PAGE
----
Revered by the three Abrahamic traditions as a holy city, Jerusalem embodies the hope for harmony and peace in the world. Jerusalem, Open Your Gates is a three movement symphonic work which interprets ancient teachings to create a musical vessel for peace.
The three traditions consider Jerusalem to be on an elevated spiritual level. According to Jewish mystical tradition, it is the point where Divine energy flows into the world, and this concept is reflected in all three faiths. Jews ascend to Jerusalem, the place where God’s presence was revealed in the Holy Temple; Jesus was resurrected from the Holy Sepulcher in Jerusalem; and Mohammed rose from Jerusalem’s Al-Haram Al-Sharif to heaven in his nocturnal vision. The three blessings spoken by the priests of the ancient Temple also call us to rise above divisiveness to live in peace.
I. Enter the Sacred Space
Quietly expansive music prepares us to receive the first blessing, “God will bless you and keep you.” We enter the sacred space, the temple in our hearts, our own luminous holiness.
II. Arise into Radiant Grace
The priestly blessings continue: “God will shine God’s countenance upon you and be gracious unto you,” and “God will lift up God’s countenance upon you and grant you peace.” A shimmering texture evokes the Light of the Divine Countenance. Melodies representing each tradition* intermingle as the texture ascends, lifting us up into the light of grace and unity. We descend in peace.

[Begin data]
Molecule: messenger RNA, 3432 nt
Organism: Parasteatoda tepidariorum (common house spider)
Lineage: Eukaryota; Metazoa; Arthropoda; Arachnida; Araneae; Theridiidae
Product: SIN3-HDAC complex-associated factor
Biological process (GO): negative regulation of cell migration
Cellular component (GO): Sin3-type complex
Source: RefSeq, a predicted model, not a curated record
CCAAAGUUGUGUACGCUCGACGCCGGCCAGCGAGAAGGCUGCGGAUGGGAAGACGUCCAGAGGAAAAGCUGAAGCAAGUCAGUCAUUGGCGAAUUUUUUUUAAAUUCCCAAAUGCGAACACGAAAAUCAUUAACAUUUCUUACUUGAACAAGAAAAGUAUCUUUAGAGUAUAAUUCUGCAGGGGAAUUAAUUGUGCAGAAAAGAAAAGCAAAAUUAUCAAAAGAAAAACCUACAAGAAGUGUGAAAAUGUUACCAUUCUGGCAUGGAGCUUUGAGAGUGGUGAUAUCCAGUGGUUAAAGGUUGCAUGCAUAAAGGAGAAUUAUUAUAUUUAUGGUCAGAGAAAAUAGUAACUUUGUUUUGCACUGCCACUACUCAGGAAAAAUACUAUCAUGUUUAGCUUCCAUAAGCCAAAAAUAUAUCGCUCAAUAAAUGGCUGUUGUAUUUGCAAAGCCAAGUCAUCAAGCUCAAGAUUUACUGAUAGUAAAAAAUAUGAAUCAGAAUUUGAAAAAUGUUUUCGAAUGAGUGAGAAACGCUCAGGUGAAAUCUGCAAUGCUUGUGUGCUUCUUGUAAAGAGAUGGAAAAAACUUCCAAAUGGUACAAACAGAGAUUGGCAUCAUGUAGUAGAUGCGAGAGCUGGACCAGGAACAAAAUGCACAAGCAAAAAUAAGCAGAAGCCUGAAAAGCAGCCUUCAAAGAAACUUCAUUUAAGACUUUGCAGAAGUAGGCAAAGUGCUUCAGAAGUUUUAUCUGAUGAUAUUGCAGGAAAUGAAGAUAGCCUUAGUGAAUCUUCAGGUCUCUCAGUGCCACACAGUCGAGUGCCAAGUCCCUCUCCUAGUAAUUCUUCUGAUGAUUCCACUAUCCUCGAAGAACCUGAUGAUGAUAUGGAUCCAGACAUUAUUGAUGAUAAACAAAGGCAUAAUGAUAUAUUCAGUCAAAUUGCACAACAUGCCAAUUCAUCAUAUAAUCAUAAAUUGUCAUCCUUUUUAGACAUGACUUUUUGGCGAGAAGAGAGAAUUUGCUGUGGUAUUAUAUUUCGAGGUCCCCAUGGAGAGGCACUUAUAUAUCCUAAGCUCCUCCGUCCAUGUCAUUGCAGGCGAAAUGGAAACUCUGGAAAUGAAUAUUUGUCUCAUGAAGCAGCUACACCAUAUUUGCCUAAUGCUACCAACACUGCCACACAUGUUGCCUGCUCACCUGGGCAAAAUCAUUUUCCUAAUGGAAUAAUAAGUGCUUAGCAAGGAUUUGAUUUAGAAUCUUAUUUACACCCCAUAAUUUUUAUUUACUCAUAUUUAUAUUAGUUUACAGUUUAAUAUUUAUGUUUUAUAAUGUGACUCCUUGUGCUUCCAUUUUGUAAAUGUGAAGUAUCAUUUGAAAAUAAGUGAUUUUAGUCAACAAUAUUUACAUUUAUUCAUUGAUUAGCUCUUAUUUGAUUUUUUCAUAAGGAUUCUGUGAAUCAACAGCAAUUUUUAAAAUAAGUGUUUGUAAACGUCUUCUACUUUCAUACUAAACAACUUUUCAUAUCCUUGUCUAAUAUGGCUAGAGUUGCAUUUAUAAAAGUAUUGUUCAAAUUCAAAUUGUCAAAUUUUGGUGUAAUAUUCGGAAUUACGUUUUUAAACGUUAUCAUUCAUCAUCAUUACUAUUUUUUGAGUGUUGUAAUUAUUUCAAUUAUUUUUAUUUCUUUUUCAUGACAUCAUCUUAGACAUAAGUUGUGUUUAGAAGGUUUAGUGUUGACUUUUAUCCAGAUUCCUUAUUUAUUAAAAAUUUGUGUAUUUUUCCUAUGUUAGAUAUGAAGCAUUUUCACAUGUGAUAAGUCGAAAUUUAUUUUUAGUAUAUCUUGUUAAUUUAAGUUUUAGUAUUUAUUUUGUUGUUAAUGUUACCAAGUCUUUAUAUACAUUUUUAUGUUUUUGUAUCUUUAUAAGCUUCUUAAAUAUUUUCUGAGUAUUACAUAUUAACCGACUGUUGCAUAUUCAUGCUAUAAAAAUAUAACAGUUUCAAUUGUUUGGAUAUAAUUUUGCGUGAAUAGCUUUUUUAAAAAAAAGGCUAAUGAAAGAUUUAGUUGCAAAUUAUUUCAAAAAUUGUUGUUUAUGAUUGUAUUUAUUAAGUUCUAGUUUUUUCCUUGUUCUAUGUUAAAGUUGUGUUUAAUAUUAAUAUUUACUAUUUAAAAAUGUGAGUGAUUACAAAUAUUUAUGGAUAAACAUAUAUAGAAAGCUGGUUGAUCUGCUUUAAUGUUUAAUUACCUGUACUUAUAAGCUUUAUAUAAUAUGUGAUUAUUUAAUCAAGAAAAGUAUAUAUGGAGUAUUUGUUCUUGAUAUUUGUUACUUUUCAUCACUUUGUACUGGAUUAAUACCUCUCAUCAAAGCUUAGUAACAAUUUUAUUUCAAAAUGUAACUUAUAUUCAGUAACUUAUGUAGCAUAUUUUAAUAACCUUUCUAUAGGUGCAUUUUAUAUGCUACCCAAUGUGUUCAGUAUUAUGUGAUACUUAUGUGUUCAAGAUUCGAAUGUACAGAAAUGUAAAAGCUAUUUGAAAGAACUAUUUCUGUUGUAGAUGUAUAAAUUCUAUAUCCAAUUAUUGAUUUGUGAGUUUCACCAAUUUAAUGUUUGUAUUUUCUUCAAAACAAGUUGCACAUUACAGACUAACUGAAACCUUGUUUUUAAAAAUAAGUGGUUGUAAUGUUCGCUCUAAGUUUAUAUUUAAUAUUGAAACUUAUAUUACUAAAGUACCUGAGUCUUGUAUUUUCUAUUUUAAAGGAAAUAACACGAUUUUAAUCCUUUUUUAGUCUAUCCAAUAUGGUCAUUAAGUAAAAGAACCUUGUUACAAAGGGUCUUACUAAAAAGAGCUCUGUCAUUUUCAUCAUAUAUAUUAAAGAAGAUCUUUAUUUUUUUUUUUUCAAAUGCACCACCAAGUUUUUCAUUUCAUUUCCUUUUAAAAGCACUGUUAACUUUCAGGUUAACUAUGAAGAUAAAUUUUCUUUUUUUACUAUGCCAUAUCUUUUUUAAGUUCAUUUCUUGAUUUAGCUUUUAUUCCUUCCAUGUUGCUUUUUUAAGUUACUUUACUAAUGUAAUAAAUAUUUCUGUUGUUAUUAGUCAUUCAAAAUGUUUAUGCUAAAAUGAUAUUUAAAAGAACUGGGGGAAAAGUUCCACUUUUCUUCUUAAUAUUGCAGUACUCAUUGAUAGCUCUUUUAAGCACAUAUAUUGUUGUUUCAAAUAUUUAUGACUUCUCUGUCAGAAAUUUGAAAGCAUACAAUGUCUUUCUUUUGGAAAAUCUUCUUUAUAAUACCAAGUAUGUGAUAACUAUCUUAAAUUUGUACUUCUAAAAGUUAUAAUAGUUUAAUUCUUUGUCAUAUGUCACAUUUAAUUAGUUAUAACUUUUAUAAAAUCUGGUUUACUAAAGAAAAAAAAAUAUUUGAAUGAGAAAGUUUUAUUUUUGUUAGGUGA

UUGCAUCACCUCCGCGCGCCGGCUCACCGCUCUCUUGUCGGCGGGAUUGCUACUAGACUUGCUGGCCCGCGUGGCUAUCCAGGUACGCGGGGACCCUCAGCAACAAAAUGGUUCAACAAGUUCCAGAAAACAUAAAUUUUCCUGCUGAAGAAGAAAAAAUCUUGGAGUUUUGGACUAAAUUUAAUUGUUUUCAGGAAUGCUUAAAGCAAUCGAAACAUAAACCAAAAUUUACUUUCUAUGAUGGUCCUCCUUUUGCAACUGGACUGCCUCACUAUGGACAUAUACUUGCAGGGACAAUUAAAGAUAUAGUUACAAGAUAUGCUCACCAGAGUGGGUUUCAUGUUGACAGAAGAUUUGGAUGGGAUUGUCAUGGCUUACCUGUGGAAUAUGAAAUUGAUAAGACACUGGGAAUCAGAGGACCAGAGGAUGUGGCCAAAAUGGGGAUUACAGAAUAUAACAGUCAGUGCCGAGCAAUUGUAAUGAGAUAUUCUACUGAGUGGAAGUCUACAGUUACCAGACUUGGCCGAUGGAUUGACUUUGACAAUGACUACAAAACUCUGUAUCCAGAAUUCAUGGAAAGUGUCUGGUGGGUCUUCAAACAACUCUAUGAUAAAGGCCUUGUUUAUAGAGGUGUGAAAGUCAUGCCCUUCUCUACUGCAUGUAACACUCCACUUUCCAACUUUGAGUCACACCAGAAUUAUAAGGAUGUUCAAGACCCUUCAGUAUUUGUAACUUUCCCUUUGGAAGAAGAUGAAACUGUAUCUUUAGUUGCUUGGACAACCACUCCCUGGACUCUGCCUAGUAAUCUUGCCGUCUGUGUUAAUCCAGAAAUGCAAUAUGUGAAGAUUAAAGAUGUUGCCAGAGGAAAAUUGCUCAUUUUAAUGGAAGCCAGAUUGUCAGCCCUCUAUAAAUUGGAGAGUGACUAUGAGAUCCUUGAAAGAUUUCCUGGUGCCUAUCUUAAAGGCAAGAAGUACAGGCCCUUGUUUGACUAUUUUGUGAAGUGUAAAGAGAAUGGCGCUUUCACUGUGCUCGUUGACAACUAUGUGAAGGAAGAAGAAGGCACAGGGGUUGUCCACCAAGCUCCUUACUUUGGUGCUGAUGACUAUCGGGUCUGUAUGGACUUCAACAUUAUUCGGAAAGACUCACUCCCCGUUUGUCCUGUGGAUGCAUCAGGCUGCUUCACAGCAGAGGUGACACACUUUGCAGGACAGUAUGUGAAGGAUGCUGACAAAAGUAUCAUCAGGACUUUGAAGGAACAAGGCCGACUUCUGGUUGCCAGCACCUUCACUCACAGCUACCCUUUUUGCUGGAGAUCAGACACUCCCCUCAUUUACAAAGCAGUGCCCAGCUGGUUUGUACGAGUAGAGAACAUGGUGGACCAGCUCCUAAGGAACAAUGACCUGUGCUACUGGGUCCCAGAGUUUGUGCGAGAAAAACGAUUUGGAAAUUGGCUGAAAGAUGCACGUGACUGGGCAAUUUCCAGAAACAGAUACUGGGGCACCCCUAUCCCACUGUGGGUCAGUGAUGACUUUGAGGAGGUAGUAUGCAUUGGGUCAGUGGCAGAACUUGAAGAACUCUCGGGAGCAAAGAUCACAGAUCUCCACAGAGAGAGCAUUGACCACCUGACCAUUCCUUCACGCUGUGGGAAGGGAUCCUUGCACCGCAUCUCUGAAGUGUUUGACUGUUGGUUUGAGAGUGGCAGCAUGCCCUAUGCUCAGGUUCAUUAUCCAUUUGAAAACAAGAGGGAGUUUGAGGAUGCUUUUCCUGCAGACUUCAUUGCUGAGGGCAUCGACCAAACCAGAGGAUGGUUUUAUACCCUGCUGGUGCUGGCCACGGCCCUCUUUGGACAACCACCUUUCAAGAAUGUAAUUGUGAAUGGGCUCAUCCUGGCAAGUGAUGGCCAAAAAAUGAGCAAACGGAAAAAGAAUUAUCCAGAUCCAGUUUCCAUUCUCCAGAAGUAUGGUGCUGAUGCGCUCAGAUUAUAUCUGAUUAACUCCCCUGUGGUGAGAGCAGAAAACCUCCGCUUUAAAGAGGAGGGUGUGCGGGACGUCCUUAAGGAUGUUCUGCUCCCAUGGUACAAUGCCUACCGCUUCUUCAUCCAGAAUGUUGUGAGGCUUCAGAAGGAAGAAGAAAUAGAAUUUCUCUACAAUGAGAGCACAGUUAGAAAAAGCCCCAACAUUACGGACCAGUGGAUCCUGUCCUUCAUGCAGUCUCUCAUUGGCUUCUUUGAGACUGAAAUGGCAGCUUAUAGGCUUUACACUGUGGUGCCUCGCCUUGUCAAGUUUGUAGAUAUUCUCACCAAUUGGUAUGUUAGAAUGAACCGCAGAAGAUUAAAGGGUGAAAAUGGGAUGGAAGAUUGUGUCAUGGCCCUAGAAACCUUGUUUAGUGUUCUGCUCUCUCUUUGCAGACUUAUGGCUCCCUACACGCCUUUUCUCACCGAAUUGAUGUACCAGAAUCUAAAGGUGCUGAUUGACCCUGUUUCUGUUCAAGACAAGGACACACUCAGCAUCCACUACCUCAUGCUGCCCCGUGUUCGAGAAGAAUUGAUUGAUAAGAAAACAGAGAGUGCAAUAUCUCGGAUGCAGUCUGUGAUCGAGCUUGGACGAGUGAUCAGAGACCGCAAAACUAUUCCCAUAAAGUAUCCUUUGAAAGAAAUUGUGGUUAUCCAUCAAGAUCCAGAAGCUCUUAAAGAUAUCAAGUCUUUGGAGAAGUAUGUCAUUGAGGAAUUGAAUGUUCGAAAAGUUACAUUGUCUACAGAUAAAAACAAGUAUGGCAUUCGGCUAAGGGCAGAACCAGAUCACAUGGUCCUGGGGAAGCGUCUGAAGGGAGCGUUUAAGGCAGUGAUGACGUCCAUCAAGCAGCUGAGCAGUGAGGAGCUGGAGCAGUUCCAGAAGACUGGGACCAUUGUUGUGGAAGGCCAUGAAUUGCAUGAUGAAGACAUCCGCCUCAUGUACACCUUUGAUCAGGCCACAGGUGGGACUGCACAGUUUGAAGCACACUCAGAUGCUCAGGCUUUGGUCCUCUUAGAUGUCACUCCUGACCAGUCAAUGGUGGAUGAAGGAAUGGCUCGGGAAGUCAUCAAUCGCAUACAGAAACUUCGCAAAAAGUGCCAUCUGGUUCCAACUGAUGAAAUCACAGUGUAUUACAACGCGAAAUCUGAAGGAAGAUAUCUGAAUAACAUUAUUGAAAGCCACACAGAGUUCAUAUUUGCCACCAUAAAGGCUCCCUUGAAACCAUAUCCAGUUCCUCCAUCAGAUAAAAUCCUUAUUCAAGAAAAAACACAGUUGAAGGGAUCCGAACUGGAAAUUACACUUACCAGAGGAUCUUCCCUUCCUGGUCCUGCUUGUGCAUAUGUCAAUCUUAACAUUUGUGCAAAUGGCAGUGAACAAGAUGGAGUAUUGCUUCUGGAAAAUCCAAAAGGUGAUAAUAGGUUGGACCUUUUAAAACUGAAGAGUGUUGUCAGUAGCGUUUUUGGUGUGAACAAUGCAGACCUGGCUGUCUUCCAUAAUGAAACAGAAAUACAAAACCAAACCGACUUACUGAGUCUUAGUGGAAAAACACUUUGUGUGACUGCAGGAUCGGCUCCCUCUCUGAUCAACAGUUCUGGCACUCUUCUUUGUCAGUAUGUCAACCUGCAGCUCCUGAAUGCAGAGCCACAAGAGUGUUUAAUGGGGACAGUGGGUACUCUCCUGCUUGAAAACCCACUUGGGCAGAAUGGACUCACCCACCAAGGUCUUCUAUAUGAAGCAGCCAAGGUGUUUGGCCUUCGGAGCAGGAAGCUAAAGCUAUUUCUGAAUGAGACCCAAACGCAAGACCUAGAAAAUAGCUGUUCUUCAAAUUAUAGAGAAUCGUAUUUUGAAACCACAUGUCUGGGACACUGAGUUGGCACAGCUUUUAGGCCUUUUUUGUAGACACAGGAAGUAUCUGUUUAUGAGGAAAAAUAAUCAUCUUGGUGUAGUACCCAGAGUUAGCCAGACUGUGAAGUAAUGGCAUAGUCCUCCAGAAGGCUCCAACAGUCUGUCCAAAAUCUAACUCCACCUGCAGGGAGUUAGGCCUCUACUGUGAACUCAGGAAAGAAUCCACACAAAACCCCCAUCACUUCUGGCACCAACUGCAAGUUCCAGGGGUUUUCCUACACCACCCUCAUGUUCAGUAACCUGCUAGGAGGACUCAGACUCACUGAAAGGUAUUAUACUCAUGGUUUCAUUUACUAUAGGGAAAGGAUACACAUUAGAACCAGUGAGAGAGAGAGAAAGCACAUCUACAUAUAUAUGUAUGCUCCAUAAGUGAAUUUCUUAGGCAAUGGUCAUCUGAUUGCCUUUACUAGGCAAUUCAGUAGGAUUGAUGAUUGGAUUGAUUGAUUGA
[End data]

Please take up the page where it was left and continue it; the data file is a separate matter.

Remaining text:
III. Open Your Gates and Receive God’s Glory
Psalm 24 proclaims, “Lift up your heads, gates, entrances to eternity, so that the Sovereign of Glory may enter.” Here the three melodies are joined by trumpeted shofar calls, symbolizing awe and revelation, as giant gates open to receive God’s glory into our hearts and into the world. The energy gradually subsides into a state of quiet fullness as we absorb the influx of holiness. May Jerusalem’s destiny as a city of peace and source of radiant holiness in the world be fulfilled quickly, in our lifetime.
*These melodies are: a pentatonic David melech yisrael, for David, King of Israel), who founded the City of David at Jerusalem; the Christian Gregorian chant, Judaea et Jerusalem; and the Islamic call to prayer.
-Meira Warshauer, 1998
Thanks to Rabbi Shlomo Carlebach, ztl, for his interpretation of the priestly blessings,
and to Ani Tuzman for her collaborative vision and support in this composition.
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